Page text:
David Bowie makes for dangerous inspiration. He's a rather predictable choice and perhaps too artistically protean to claim as one's own. Robert Geller is, however, aware of the perils involved in citing the living legend; he said as much the night before his Fall 2014 collection bowed, at a friend's show. (Geller's collections are finished weeks in advance, in time for market appointments, leaving him ample time to check out the fashion week scenery.)

The trick, said Geller, is to be both specific and elusive. An aggravating paradox, to be sure, but one with marvelous results, judging from the looks that strode down his slender runway in a small room inside Chelsea Piers. Geller's specific reference was Bowie's title role in The Man Who Fell to Earth, the highly stylized 1976 British sci-fi flick that centers on an alien being who literally falls to earth. He takes on a human form, Bowie's form, as he must mix with the locals.

And this is where the elusive part comes in. Neither the models nor the fashion in Geller's collection bore great resemblance to the alien Bowie, save for prominent shoulders and a futuristic neck accessory. Instead, what was on show was the concept of fitting into new and strange circumstances—precisely the theme of Geller's own arc. German-born, he moved to the States in the late nineties, worked for Marc Jacobs, and eventually became half of the critically acclaimed men's label Cloak in the early aughts before leaving to start his own line.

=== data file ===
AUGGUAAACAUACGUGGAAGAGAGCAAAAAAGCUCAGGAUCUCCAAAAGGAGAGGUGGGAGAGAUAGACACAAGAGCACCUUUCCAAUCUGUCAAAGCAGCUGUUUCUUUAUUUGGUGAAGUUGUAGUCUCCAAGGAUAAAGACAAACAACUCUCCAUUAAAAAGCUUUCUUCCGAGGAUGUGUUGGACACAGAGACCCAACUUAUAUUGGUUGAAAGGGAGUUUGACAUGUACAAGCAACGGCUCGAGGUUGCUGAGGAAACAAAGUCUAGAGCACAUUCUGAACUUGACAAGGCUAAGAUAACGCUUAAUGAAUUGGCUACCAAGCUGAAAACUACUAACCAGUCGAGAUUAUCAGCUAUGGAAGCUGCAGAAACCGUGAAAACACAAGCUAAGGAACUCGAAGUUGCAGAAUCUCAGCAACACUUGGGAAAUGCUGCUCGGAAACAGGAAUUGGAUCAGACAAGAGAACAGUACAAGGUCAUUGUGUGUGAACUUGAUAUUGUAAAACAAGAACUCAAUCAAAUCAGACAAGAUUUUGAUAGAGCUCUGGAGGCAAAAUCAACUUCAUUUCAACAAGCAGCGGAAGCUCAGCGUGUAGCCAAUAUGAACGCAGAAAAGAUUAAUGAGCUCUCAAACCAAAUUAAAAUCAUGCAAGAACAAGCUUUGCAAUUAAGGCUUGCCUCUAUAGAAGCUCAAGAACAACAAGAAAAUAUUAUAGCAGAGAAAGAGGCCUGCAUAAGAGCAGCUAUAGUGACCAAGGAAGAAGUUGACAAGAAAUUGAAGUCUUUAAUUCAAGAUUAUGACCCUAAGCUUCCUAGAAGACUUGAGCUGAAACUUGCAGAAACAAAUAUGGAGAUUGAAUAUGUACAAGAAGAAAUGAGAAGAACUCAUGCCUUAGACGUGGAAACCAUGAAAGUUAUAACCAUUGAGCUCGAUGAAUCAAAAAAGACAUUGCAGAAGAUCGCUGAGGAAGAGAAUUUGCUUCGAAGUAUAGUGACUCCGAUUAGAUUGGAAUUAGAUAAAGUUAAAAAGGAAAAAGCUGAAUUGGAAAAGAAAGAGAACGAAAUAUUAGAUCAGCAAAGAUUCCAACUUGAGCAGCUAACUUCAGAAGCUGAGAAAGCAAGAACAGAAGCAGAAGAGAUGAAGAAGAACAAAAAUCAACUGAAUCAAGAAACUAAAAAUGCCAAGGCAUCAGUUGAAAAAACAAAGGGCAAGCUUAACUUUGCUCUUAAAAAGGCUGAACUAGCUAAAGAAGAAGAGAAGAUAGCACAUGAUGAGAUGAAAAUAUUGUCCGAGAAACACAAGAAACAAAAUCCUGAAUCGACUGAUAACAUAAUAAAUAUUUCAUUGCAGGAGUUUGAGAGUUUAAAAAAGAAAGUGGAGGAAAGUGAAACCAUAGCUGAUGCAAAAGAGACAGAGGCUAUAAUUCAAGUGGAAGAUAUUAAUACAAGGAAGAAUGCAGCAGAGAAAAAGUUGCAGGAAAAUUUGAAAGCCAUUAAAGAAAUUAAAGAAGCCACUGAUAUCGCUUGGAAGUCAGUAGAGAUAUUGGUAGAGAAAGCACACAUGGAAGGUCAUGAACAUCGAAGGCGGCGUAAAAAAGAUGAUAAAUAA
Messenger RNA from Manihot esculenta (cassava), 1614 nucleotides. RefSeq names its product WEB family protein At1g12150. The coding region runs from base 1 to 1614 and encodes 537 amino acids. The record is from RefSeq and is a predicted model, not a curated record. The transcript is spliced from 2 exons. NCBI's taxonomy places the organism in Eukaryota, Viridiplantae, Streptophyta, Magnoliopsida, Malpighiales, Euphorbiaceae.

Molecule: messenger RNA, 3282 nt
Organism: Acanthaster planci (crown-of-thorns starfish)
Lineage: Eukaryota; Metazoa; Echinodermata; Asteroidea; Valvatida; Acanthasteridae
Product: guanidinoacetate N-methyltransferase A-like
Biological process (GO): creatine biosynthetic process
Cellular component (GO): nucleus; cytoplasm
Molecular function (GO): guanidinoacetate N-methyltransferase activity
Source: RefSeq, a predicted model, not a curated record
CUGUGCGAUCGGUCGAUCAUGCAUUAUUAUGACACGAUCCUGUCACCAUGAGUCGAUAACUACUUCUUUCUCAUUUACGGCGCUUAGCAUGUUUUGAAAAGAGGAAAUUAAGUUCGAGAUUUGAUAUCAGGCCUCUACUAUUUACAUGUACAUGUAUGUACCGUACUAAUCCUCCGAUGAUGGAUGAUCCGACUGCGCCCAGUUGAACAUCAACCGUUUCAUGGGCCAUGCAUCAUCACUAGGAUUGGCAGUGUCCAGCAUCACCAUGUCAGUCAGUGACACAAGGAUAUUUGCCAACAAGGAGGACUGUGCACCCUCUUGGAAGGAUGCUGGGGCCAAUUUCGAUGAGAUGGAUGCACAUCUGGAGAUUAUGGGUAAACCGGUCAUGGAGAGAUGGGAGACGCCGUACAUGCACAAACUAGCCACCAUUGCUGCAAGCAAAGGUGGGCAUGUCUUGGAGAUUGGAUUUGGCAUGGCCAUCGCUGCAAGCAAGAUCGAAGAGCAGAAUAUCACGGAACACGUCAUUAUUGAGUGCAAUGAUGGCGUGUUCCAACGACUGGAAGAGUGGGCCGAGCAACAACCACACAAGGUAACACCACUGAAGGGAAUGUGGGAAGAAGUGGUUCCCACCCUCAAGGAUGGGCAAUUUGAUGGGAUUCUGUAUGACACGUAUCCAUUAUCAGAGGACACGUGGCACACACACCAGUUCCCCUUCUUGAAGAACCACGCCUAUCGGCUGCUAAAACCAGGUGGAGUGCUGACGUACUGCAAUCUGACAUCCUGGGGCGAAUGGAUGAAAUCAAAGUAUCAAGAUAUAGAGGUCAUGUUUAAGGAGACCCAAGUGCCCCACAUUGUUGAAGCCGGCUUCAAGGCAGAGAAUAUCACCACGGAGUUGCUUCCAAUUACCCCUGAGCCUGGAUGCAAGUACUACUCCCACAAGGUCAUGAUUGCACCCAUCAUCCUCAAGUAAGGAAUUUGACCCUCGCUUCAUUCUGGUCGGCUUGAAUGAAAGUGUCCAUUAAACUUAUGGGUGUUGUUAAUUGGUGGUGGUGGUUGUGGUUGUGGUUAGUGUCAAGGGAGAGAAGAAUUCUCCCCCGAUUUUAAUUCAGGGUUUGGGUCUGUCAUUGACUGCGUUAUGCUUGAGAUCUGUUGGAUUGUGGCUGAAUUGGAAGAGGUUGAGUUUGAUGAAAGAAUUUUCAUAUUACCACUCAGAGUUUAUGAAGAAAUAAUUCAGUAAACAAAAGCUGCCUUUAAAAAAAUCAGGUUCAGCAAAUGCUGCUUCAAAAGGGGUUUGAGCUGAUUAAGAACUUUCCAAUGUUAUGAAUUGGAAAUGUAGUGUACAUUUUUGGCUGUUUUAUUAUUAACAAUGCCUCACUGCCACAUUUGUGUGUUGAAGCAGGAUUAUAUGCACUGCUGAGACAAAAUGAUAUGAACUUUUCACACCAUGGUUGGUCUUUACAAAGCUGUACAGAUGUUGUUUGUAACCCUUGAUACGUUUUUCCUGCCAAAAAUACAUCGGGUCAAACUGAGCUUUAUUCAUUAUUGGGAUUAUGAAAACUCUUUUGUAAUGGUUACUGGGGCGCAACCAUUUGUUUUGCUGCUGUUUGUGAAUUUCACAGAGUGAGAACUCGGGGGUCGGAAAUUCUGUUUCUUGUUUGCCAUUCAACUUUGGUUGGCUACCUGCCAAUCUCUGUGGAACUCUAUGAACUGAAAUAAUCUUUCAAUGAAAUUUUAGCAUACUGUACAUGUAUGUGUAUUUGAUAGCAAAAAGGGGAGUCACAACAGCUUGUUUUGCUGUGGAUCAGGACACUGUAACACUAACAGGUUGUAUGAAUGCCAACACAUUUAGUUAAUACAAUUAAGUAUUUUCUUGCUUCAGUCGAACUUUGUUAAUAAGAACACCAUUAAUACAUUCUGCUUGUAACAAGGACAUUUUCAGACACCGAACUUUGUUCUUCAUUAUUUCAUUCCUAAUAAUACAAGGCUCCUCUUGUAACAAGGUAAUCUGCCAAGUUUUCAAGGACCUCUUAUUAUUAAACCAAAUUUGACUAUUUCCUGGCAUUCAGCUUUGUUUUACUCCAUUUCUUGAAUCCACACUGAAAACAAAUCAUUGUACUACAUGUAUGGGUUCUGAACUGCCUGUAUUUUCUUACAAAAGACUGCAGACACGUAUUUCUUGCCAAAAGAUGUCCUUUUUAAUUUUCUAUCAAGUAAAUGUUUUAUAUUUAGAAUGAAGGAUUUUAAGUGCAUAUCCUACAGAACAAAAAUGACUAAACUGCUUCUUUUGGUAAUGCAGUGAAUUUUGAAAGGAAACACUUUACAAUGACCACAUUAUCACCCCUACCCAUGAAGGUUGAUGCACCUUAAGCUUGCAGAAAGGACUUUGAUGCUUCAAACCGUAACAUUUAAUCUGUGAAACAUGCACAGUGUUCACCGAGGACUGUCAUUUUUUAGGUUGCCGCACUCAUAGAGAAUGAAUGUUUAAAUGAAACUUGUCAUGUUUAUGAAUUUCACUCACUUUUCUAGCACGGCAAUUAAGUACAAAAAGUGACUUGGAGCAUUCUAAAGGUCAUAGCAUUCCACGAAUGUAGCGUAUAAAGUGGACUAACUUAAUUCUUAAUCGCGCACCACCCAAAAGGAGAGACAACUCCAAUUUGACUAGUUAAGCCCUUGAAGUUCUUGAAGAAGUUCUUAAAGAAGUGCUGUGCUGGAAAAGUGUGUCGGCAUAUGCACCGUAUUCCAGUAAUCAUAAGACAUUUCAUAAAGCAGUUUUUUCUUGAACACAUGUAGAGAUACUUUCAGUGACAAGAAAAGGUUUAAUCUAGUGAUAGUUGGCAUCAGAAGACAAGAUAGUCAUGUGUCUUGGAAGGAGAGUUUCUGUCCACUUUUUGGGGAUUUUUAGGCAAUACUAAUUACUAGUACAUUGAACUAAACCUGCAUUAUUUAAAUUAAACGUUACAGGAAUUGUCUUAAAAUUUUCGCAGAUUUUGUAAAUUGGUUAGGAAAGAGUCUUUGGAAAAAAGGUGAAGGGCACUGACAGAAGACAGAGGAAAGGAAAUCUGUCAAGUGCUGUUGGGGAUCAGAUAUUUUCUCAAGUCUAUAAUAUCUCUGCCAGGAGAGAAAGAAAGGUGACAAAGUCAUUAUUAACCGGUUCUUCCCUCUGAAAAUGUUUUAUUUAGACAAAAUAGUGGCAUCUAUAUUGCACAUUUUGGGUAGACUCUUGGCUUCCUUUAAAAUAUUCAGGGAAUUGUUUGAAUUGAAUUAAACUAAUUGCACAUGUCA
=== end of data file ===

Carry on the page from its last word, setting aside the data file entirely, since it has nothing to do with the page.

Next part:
As such, Geller's aesthetic typically feels a little foreign and outsider-y, in the most novel and fantastic ways. For Fall, textures were key, from slippery rubber and high-tech neoprene to fuzzy knits and rough denim, often all in the same look. But it was perhaps the unusual palette—Raf Simons-like in its boldness, as were the skinny leggings—that really brought the collection home. These were muted jewel and mineral tones, like those found within the earth, mixed and blocked with slick petroleum noncolors for a wholly unique and superb look that, despite how it may sound, did not come off as particularly fey. Nor was it especially masculine, thanks to the oversize and vaguely military coats, as well as sporty track shoes by the cult New York shoe label Common Projects. It existed somewhere in between, in a niche all its own—like Bowie.